Jane Kennedy: I do not agree with that analysis. In the hon. Gentleman's constituency, the Dorset and Somerset strategic health authority has advised me that the photodynamic therapy services for wet age-related macular degeneration are fully compliant with NICE guidelines. I understand that the trust has a dedicated commission arrangement in place to run PDT services for all patients from Dorset. Therefore, his constituents, like other patients throughout the country, are receiving treatment in line with the NICE guidelines.
Michael Connarty (Linlithgow and East Falkirk) (Lab): I congratulate Ministers on the extra money that will be put into the work of optometrists, who will get extra money to check for problems such as AMD in the elderly. Even in my constituency, outwith England, one optometrist offers X-rays to his patients. However, will that money be paid year on year? In conversations with optometrists, they say that it is great to have the money, but they are worried that it will stop at the end of the year and they will have raised people's expectations of services that will not continue.
Jane Kennedy: I am grateful to my hon. Friend for making that point. He will know that resources in the NHS are increasing year on year, up to 2008, and it is expected that planning for such services will form an important part of delivering services of that nature. Photodynamic therapy was implemented as quickly as possible across the NHS, and we had to ensure that we had the staff and equipment to deliver the service effectively and safely.
Mr. Simon Burns (West Chelmsford) (Con): To pick up the point made by my hon. Friend the Member for Bournemouth, East (Mr. Ellwood), does the Minister realise, and share our concern, that some patients will go blind in the time that it takes for them to be referred to a specialist? Will she assure the House that she will urgently ensure that the NICE guidance is fully implemented?
The NICE technology appraisal was published in September 2003, as I said. The guidance recommended photodynamic therapy only for a particular small sub-group of patients and that a second, much larger sub-group of patients should be treated only as part of a clinical study, which is now being set up. The Department of Health organised that study with the Royal College of Ophthalmologists and Novartis, the pharmaceutical company that manufactures the drug used in the treatment. It was entirely proper that the correct services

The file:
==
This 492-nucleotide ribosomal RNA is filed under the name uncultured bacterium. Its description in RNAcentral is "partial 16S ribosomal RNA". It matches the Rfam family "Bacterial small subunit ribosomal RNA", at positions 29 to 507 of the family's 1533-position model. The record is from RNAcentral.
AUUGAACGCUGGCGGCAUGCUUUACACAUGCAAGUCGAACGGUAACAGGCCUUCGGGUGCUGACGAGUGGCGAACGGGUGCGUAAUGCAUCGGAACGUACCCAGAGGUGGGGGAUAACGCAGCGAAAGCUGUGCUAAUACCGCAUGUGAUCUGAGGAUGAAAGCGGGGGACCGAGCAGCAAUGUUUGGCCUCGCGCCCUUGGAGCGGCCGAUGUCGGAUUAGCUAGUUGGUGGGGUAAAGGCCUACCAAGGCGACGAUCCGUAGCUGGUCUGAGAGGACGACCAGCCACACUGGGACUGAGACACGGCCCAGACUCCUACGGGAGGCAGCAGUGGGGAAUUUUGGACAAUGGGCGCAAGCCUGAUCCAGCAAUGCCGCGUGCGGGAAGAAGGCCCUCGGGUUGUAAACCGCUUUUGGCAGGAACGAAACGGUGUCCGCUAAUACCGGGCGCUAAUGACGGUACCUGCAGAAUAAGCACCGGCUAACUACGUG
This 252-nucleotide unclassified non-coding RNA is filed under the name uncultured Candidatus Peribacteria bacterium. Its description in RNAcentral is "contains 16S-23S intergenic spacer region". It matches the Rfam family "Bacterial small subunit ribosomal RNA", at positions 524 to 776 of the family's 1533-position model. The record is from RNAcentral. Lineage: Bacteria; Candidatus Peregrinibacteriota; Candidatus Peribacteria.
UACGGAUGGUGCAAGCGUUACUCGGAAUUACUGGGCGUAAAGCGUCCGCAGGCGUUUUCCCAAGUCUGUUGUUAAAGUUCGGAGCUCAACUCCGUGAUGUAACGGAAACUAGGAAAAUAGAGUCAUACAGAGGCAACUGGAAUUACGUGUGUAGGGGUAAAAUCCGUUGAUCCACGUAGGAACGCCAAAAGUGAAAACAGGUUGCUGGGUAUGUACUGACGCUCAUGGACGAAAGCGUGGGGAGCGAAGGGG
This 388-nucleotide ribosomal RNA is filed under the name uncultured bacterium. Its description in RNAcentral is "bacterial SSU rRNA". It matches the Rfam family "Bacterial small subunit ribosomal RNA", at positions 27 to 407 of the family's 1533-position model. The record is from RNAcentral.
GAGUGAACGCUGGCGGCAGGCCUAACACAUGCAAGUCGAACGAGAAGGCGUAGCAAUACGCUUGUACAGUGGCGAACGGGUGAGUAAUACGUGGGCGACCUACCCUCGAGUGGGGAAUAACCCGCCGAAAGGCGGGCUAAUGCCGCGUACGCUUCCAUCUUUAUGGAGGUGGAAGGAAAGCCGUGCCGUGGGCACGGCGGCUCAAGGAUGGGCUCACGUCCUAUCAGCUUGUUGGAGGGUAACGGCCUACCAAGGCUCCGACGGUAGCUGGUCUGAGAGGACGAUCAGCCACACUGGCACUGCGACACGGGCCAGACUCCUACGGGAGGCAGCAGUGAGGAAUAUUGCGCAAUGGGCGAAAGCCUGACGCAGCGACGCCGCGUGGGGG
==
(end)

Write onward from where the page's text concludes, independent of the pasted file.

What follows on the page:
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and support were in place before implementing the guidance. The treatment will have a significant impact and bring enormous benefits to patients. Obviously, we share concern if patients are perceived not to get treatments that they believe are ready for them, but it was important to make sure that we took the right steps to have the services in place to deliver the treatment properly to all the patients who need it.
The Parliamentary Under-Secretary of State for Health (Caroline Flint): The Health Bill contains a diverse range of provisions on which we have consulted widely and received many representations. Copies of the analyses of responses to the smoke-free and health care associated infection consultations will be published before Second Reading.
Andrew Mackinlay: I welcome that reply but, before Second Reading, will the Minister also publish the findings of the Government's Better Regulation Task Force, which has come out against the Airdrie and Shotts fudge? If the Minister read the political tea leaves, she would understand that there is a majority in the House of Commons for a total ban, comparable with the one that will be introduced by the Labour party in Scotland and by the Labour Government at Westminster in Northern Ireland. We need a free vote to test whether there is a majority in the House of Commons, and I hope that Ministers will reflect on what is prudent, just and protects and promotes the best interests of poor working-class people who suffer
Caroline Flint: We have taken on board a range of views and representations and will publish the regulatory impact assessment in the usual way. The manifesto commitment was discussed through our national policy forums and the wording in the manifesto was agreed at the Warwick national policy forum, so it has gone through our party machinery in the usual way. Although I accept the views of many Members and organisations outside this place who would like a total ban, in terms of public support and the surveys we have carried out, the Office for National Statistics survey in 2004 found that 88 per cent. of people, when asked, supported restrictions in public places but only 31 per cent. supported complete bans. In California, New York and Norway
Mr. Paul Burstow (Sutton and Cheam)
(LD): Given that second-hand smoke is a significant cause of
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increased risk of cancer and heart disease, how can any employer fulfil their obligations under health and safety legislation without implementing a full ban in their premises?
Caroline Flint: I am pleased to say that, through our proposals, 99 per cent. of employees will be fully protected, and will work in a smoke-free environment, up from 51 per cent. at present. For the remaining workers, we are looking to ensure that there is protection in bar areas, too. We want to minimise the damage from second-hand smoke, which is not just about bans but about the support we give in the NHS for people who are giving up smoking. I am not sure whether that would have been achieved through the hon. Gentleman's "Orange Book" social insurance policy.